It is rare for an enactment of a novel to match up to the source. Nuances of writing – passages about atmosphere, insights into characters’ motivations, the artful arrangement of words – do not translate well to the visual medium.
Chetan Bhagat’s Five Point Someone, in that sense, is a delight for the play/film-maker – a story of mass appeal told in simple, flourish-free language.
Evam does a very decent job of the stage adaptation. This doesn’t happen often but I enjoyed the play more than the book.
With a 2+ hour run time (long for a play, yet I didn’t feel it) Five Point Someone follows the plot of Chetan Bhagat’s novel faithfully, adding some distinct Evamish touches along the way.
Five Point Someone is about (as everyone must know by now) three friends Hari, Ryan and Alok underachievers or five-point-someones at IIT Delhi. The novel traces their lives through four years of IIT, with mostly Hari telling the tale in the first person. The play handles this device with two separate people as Haris – one doing the acting, the other outside as the narrator.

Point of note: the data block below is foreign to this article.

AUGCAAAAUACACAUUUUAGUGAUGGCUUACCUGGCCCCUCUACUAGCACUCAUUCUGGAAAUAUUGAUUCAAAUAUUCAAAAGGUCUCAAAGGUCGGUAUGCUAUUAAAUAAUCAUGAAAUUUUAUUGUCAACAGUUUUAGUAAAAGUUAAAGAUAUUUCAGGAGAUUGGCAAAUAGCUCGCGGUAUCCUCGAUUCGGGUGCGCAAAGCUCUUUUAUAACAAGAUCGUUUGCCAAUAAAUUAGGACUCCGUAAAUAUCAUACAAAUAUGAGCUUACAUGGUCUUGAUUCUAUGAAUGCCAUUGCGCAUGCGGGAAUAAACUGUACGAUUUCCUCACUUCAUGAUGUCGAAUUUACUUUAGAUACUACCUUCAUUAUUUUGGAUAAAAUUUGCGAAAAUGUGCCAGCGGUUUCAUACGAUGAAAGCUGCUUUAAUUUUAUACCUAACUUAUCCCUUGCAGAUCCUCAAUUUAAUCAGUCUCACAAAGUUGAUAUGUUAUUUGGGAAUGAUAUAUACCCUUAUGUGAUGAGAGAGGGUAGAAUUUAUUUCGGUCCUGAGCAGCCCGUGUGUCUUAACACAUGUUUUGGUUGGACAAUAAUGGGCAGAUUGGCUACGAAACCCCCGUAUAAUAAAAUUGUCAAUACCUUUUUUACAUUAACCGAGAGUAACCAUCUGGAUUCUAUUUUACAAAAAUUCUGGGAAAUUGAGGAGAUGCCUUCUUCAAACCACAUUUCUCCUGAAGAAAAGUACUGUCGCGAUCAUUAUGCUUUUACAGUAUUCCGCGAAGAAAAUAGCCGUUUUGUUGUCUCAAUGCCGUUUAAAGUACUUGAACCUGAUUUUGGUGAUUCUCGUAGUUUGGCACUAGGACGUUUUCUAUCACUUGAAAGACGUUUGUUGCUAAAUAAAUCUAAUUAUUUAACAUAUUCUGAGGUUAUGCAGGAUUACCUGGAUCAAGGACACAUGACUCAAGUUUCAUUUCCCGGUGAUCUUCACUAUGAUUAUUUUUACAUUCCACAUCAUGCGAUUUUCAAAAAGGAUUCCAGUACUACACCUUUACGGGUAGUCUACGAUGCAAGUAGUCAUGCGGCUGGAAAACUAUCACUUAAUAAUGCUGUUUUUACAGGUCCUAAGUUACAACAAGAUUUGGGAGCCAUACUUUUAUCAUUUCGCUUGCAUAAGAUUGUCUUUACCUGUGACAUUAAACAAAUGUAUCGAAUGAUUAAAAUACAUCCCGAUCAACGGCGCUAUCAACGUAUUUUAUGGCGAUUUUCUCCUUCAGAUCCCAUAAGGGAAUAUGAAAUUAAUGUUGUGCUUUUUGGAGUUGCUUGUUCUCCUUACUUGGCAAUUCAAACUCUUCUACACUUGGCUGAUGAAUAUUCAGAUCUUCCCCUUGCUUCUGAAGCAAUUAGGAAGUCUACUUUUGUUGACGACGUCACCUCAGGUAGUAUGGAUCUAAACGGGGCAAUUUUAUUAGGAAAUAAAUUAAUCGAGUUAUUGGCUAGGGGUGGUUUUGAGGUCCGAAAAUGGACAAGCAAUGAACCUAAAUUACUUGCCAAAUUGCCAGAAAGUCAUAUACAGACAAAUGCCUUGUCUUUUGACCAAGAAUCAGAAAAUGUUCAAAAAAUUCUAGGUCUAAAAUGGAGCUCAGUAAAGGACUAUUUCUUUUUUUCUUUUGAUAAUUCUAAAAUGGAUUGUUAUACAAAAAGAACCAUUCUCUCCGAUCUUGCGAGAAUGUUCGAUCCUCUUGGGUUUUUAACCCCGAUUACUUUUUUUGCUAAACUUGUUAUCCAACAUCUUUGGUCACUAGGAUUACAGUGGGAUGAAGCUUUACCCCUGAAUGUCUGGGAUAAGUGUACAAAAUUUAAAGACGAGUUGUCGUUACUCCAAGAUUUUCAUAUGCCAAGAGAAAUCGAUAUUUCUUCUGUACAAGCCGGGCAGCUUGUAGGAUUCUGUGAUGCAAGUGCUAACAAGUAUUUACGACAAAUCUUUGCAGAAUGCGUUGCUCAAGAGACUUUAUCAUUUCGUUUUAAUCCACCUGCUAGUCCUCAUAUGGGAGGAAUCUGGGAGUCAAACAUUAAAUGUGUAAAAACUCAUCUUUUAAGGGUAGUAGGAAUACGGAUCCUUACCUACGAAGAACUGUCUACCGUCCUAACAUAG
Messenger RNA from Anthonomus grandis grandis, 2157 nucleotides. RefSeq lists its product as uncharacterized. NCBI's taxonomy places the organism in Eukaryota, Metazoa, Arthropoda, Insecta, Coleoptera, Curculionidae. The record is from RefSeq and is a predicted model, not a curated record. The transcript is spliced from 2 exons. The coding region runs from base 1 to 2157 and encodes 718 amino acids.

One of the most interesting aspects of the play is its use of lights to create location and shift audience attention. Narrator Hari appears under a spotlight whenever his turn comes while the actors on stage freeze, then fades into darkness as the action resumes on stage. Red-and-blue rotating lights stand for the ambulance. An inventively designed bulb inside a bottle is part of their hostel room. The dark night on the terrace is lit up by a simulation of moonlight.
Special mention for the vertical bed, which brought on giggles and applause from the audience. Set changes must have been tough to manage within the few seconds that the main stage was dark and Narrator Hari was active. There was one awkward moment when the lights came on before the stage was ready; other than that it was done pretty adeptly.
I also liked the way the cast managed to face the audience at all times, especially in the unconventionally staged classroom scenes.
It’s intriguing how actors who excel in one type of role are misfits in another. Ryan was fine as long as he played the self-assured hero, but did not pull off the guilt-ridden soliloquy that well. Prof Cherian was about okay as the strict disciplinarian, but in the difficult scene in which he reads Sameer’s letter and breaks down, he was very very good. Narrator Hari was just right for the role too, he has a voice to die for! But as always, taken collectively Evam’s acting left me underwhelmed. For a professional theatre group, there is too much rawness.
(Turns out that Evam has two casts for Five Point Someone. I saw the one on 28th Jan 2010. The Hari I didn’t get to see is getting lots of complimentary messages on Twitter, making me wish I had gone for his show!)
The play ended with a neat way of introducing the cast. For me, it is little gestures like these that makes Evam so much fun.